Newcastle’s Coal Miners Cemetery – Part 1

Did you know that there is a cemetery in the City of Newcastle? Well, there is, and it is a registered King County Historic Landmark. Located on 129th Ave SE, just north of the entrance to Lake Boren Park , lies a 2.02 acre parcel that has served as the final resting place for coal miners and their families since 1878. The site consists of rocky non-arable land that overlooks Lake Boren. In fact, the ground was so rocky that blasting was often required to prepare a grave site. Jim Rannie (34) was the first internment on the property given to the International Order of Odd Fellows in 1879. The IOOF maintained ownership of the property until 2001 when it was donated to the City of Newcastle.

We don’t know how many people are buried here, but existing headstones and documentation indicate at least 190 have been laid to rest at this site. Many of the original headstones have been vandalized or removed. In addition, wooden markers and fences outlining grave sites were destroyed by two fires during the 1900’s. In some cases, the graves were marked by a ring of stones and they have been covered by moss and natural vegetation.

The existing headstones tell a story of the migration of Irish and Scots in the 1880’s, Welsh, Swedes ,Belgians, English, around 1900, followed by Blacks, Germans, Italians, Slavs, Finns, Croatians, and Serbians. The deaths of children identify years of disease outbreaks. Frequently the deceased speak to us through their epitaphs; “Weep not father and mother for me, for I am waiting in glory for thee.”

“Death to me short warning give; Therefore be careful how you live; Prepare in time, do not delay; For I was quickly called away.”

Not all stories about cemeteries are sad. In 1918, a lady named Emmy had a heart attack and was declared deceased. Now Emmy was said to be a loud and obnoxious woman and would not be missed by too many. Her husband arranged a funeral service and burial in the cemetery. The entrance to the cemetery is steep, and one of the pall-bearers slipped and dropped the coffin. To everyone’s surprise, Emmy popped right up and demanded to know what was going on.

Two weeks later the original diagnosis came true and Emmy died. Once again her husband arranged a service and burial. This time, however, he cautioned the pall-bearers to watch their footing because he could not afford another service for his wife.

The cemetery is closed to new burials except for relatives of those already interred.

The cemetery is generally closed to the public except for Memorial Day and during Newcastle Days. To arrange a visit, or to participate in the restoration of the cemetery contact the Newcastle Historical Society.

The next two articles will be about individuals at rest in the cemetery. This is the aspect of the history of Newcastle that is so exciting to me. Our mining history is only 150 years old, and we know about the people that made that history.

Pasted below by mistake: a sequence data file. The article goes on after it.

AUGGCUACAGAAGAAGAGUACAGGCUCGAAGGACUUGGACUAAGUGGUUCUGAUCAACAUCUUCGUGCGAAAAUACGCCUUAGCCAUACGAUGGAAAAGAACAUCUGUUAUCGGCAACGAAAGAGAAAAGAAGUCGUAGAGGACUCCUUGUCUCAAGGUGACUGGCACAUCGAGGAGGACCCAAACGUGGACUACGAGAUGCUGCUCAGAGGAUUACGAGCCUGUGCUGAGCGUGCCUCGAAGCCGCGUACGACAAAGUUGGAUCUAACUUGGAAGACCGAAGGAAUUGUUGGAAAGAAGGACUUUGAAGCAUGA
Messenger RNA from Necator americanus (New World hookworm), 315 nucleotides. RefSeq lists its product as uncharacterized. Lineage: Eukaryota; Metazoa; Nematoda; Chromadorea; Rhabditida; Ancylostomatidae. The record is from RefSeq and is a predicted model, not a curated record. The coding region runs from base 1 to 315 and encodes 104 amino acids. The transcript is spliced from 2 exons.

If you are interested in learning more about the activities of the Newcastle Historical Society, or would like to share your local history with us please contact me at or come to one of our events.

Rich Crispo

2 Responses

  1. Kimberly
    Kimberly August 7, 2019 at 7:02 pm | | Reply

    I use to ride my bike to this Cemetery…I would read the gravestones and try to put them back upright….late 1960’s…..My Great Grandfather named Hazelwood and his son had the 40 acres just west of the pipeline, Harry Guay, he bought it in the 40’s with no easements on it…the gas company came in and tried to put the pipeline on his acreage and well he met them with a shotgun. My Great Grandfather, Charles Paul Guay and his wife’s brother’s Mars and Pat Fortin came here from Quebec in the 1880’s after leaving the Algonquin Indian tribe on the St. Laurence River….they had intermixed with the French Jesuits in 1790…. they logged in the area and mined in the Coal Creek mines, they also went up to Alaska for the Gold Rush. They saw Seattle catch on fire and tried to get a boat to cross Lake WA at Enati/Newport shores…but all of the boats were gone….so they went to the top of Newport Hills to watch it burn down. Lake Boren had a train de-rail and sink to the muddy bottom…never found…thus we called it the bottomless lake. I remember pictures of rural Hazelwood and Newcastle back in the day with not very many houses…wow has it changed. My sister and many relatives still live in Hazelwood as it use to be horse and cow country. You can no longer ride horses along Lake Wa Blvd…like we use to….and Peggy Whitman’s last 10 acres is being developed….she use to board race horses for Longacres Track. Dorothy McLendon Thompson moved away a long time ago to Downtown Bellevue and has passed…but the big ‘ol Craftsman is still on Lake Wa Blvd SE. The Brimlow’s had an ice skating pond in the winter time down from Hazelwood Elementary School where we would skate…yes….it would freeze over….very shallow. We built an igloo one winter when we had 4’ of snow and it stayed for more than a week.

  2. Cameron J Brewer
    Cameron J Brewer April 9, 2021 at 12:51 pm | | Reply

    I grew up close to the cemetery. Our house was one of the first to be built in Newport Woods on SE 73rd Pl. It was the mid to late 60’s and for a 10 year old, a magical place. We kids would sometimes head to the lake. swim and play, and then head home later in the evening, walking thru the cemetery. The older kids would tell scary stories, as we would gather around with flashlights. We would all run home before it got too dark. The older kids were good on teaching us the respect the residence of the cemetery. Sometimes you would notice a headstone knocked over, but we would try to place it back. I lived there from 65-72.

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